- A Chapter headed “Blocked Funds Resolution” which deals with the assumption by the State of liability for settling foreign currency debts owed by the Reserve Bank to foreign creditors – these are debts incurred by Zimbabwean companies that remained unpaid because the Reserve Bank was unable to repatriate the foreign currency required for payment. The amount involved is US$ 3.4 billion; it is included in the statement of Public Debt tabled by the Minister when presenting the 2022 Budget on 25th November 2021. The objective of the assumption of debt is to give the Reserve Bank a “sound” balance sheet. The Minister mentioned the subject in his Budget speech of 25th November but left MPs with the impression that a separate Debt Assumption Bill would be introduced early in 2022. Opposition MPs were, therefore, surprised to find this Chapter in the departmental draft of the Finance Bill which they first saw on 7th December and in the official Finance Bill they received only two days later. Although they protested, the Bill was rushed through the National Assembly the same day. As for how the Government intends to pay this huge debt, according to the National Assembly Hansard for 25th November the Minister stated that payment will be achieved “through issuance of long-term Government securities”.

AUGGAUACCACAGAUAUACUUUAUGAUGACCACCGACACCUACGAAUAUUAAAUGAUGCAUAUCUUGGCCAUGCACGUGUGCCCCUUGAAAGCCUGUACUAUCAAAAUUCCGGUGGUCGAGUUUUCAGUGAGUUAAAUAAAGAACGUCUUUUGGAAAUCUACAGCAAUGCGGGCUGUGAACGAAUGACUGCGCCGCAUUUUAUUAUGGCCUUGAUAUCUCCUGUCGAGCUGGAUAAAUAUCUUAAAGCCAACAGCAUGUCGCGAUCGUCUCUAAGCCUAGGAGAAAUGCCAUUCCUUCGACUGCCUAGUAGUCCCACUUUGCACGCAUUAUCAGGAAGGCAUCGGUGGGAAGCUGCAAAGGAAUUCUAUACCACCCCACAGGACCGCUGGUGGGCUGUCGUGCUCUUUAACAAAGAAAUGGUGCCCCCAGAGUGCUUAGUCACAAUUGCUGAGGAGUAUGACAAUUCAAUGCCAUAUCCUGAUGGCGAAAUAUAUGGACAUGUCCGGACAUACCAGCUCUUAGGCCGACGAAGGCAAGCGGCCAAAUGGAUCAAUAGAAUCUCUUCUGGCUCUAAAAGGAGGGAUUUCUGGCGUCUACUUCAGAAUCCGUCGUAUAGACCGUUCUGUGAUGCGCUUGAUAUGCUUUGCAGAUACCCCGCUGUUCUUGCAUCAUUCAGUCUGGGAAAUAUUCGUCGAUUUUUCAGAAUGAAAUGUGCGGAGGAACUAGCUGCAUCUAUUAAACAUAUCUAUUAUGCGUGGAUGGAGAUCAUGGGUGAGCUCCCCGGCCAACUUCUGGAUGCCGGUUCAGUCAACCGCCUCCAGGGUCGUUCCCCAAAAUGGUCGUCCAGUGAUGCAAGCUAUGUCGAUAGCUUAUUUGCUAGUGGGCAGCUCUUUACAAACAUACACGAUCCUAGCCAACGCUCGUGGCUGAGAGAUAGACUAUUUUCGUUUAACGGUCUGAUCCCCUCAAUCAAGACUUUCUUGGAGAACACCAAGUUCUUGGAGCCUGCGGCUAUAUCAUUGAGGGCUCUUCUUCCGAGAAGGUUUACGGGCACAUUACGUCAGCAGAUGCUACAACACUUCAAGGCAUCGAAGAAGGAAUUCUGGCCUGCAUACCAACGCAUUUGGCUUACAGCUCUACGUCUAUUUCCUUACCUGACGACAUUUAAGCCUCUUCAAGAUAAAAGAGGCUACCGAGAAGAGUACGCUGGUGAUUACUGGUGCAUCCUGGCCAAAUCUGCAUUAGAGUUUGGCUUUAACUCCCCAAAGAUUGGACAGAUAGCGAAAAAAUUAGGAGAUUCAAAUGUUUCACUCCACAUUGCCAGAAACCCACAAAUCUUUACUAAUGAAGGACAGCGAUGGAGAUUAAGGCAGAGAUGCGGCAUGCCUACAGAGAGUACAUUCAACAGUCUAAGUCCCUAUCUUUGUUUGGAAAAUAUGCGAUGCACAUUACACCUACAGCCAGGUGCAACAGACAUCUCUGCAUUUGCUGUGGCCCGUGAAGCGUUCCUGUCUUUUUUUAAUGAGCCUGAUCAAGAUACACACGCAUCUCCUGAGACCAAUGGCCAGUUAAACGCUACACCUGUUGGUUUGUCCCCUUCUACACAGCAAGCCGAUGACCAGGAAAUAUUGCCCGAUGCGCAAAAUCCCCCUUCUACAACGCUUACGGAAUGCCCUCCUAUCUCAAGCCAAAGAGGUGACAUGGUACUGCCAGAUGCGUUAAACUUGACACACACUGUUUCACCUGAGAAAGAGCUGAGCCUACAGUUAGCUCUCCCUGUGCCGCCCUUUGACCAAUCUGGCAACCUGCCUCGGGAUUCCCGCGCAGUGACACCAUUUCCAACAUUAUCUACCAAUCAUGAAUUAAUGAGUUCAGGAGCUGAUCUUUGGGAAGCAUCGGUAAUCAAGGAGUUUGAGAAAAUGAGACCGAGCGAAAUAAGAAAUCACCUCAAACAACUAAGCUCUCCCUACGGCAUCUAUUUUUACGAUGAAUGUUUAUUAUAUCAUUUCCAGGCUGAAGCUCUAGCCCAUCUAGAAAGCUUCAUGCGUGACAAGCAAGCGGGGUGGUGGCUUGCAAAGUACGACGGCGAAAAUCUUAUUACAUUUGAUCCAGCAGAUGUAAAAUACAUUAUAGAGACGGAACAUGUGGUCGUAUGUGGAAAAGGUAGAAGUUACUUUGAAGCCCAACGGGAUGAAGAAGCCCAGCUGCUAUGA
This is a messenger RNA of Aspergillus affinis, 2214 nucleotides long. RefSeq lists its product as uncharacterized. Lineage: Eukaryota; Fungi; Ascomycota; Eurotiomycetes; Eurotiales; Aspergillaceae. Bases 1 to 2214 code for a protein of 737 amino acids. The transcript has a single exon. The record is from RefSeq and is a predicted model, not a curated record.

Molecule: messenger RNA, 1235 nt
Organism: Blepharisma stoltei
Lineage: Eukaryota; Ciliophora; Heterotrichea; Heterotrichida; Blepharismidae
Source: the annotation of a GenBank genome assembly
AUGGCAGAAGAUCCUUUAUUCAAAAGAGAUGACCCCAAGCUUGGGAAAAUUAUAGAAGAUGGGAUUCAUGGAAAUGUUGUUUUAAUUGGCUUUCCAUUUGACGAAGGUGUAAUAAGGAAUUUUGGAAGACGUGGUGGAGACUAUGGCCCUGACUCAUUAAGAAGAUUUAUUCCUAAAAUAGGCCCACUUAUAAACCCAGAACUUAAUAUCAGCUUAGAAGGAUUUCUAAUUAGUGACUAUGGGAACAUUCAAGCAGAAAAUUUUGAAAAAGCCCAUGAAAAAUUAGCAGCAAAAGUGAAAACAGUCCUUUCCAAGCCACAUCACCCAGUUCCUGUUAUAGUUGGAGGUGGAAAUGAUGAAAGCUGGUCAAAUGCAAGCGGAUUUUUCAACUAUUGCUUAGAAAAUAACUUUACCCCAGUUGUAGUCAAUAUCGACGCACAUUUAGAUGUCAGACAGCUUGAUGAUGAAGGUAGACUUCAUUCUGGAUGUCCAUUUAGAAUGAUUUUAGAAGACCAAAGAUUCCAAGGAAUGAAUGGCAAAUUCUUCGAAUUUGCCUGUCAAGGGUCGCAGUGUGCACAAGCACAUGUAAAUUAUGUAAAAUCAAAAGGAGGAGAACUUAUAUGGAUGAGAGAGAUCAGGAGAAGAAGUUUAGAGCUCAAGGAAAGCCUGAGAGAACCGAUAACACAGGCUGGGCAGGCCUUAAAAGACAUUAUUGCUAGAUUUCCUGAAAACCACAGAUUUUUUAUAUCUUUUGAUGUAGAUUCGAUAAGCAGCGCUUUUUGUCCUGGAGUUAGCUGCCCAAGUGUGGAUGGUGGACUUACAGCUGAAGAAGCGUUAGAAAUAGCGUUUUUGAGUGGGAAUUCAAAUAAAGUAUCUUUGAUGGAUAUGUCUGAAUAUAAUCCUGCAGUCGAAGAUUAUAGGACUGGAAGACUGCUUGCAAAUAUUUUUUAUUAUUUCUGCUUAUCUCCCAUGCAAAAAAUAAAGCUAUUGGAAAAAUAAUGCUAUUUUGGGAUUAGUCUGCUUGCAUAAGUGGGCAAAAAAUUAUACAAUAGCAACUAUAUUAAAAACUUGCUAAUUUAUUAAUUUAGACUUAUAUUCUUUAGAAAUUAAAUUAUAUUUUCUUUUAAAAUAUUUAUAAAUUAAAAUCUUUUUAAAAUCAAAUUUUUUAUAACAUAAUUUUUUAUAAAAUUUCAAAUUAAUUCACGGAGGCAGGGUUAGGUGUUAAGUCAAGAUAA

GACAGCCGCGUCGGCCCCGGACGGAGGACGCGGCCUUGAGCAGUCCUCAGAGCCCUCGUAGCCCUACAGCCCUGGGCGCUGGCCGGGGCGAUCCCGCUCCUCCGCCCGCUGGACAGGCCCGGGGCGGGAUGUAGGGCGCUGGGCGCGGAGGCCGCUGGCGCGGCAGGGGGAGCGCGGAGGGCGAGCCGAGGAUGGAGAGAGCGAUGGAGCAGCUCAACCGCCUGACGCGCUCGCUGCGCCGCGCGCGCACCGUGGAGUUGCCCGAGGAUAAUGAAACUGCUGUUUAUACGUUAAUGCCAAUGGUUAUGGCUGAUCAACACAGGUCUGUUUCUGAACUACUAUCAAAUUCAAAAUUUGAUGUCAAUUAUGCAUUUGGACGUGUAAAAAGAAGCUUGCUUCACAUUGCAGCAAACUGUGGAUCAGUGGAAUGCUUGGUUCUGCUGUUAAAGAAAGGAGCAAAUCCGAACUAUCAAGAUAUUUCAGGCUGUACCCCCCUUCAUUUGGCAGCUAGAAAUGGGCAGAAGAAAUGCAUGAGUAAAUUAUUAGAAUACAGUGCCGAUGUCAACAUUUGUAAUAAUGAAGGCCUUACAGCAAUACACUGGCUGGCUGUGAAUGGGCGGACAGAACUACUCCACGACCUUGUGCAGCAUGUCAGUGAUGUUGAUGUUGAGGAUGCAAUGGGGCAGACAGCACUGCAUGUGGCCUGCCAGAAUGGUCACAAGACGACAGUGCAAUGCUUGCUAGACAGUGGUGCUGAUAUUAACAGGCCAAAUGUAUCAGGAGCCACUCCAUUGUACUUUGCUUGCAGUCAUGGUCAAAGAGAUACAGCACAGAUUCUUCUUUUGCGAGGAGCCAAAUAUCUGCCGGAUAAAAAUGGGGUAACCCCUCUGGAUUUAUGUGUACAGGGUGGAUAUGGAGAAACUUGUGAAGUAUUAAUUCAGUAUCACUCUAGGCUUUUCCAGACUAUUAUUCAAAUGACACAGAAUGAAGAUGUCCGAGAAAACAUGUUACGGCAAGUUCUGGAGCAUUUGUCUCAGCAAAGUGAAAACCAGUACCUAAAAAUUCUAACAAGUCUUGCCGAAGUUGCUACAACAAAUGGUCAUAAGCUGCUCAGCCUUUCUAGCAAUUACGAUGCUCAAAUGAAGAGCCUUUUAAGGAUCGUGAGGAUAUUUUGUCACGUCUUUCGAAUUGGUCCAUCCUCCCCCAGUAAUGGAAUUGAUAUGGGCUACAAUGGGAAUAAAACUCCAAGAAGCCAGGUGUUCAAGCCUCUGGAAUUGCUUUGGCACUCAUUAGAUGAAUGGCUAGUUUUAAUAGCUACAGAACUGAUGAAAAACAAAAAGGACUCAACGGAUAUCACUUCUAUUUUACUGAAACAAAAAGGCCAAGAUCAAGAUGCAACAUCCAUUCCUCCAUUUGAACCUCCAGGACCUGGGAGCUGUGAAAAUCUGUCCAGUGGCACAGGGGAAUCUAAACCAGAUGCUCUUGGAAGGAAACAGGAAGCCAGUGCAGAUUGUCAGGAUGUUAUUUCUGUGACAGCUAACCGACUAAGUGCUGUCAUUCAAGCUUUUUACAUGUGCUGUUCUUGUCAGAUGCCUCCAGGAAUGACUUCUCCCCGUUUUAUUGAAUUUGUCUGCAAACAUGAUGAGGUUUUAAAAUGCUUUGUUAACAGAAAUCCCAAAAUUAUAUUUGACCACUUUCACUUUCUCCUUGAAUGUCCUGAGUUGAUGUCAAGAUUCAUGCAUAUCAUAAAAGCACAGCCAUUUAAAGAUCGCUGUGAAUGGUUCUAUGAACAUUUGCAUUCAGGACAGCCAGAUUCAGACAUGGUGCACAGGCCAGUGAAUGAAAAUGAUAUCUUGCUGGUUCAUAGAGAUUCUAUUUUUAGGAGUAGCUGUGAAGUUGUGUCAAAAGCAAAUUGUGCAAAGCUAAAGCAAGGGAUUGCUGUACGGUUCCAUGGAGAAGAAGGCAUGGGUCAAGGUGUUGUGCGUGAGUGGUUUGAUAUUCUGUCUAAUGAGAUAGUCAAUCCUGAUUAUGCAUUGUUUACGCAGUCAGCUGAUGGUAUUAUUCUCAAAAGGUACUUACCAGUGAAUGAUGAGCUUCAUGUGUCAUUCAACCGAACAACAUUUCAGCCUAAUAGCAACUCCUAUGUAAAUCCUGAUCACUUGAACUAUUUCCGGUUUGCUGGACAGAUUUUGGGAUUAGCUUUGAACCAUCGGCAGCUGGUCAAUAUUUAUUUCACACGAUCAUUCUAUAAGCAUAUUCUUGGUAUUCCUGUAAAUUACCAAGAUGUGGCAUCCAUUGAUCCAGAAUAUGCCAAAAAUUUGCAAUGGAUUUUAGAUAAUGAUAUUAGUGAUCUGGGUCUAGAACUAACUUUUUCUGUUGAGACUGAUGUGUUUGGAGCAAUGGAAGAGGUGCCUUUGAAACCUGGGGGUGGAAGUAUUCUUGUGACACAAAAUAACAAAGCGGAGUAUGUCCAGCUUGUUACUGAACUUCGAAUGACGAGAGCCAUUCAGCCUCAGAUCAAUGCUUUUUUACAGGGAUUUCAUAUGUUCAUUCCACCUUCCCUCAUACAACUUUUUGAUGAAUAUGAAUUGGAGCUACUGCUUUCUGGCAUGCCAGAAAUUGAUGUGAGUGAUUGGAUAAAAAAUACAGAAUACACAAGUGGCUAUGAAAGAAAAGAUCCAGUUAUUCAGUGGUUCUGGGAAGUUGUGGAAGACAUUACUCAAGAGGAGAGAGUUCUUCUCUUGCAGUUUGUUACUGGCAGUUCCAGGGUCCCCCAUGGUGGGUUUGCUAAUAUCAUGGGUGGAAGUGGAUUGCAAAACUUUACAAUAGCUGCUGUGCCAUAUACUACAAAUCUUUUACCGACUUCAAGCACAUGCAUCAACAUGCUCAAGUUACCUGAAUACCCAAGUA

Gazetting of Acts of 2021 now complete
The gazetting of the above two Acts on the 31st December 2021 completed the gazetting as Acts of all Bills finally passed by Parliament during 2021. The following table gives the complete list of the Acts of 2021.
Acts of 2021
|Act No.||Title||Date gazetted||Date into
|—||No Act No. 1 passed or gazetted||—||—|
|2||Constitution of Zimbabwe Amendment (No. 2) Act, 2021||7 May 2021||7 May 2021|
|3||Education, Innovation, Research and Development Centre Act [Chapter 25:34]||3 September 2021||3 September 2021|
|4||Forest Amendment Act, 2021||3 December 2021||3 December 2021|
|5||Data Protection Act [Chapter 11:22]||3 December 2021||3 December 2021|
|6||Appropriation (2022) Act, 2021||31 December 2021||31 December 2021|
|7||Finance Act, 2021||31 December 2021||31 December 2021|
Why is Act No. 1 of 2021 missing?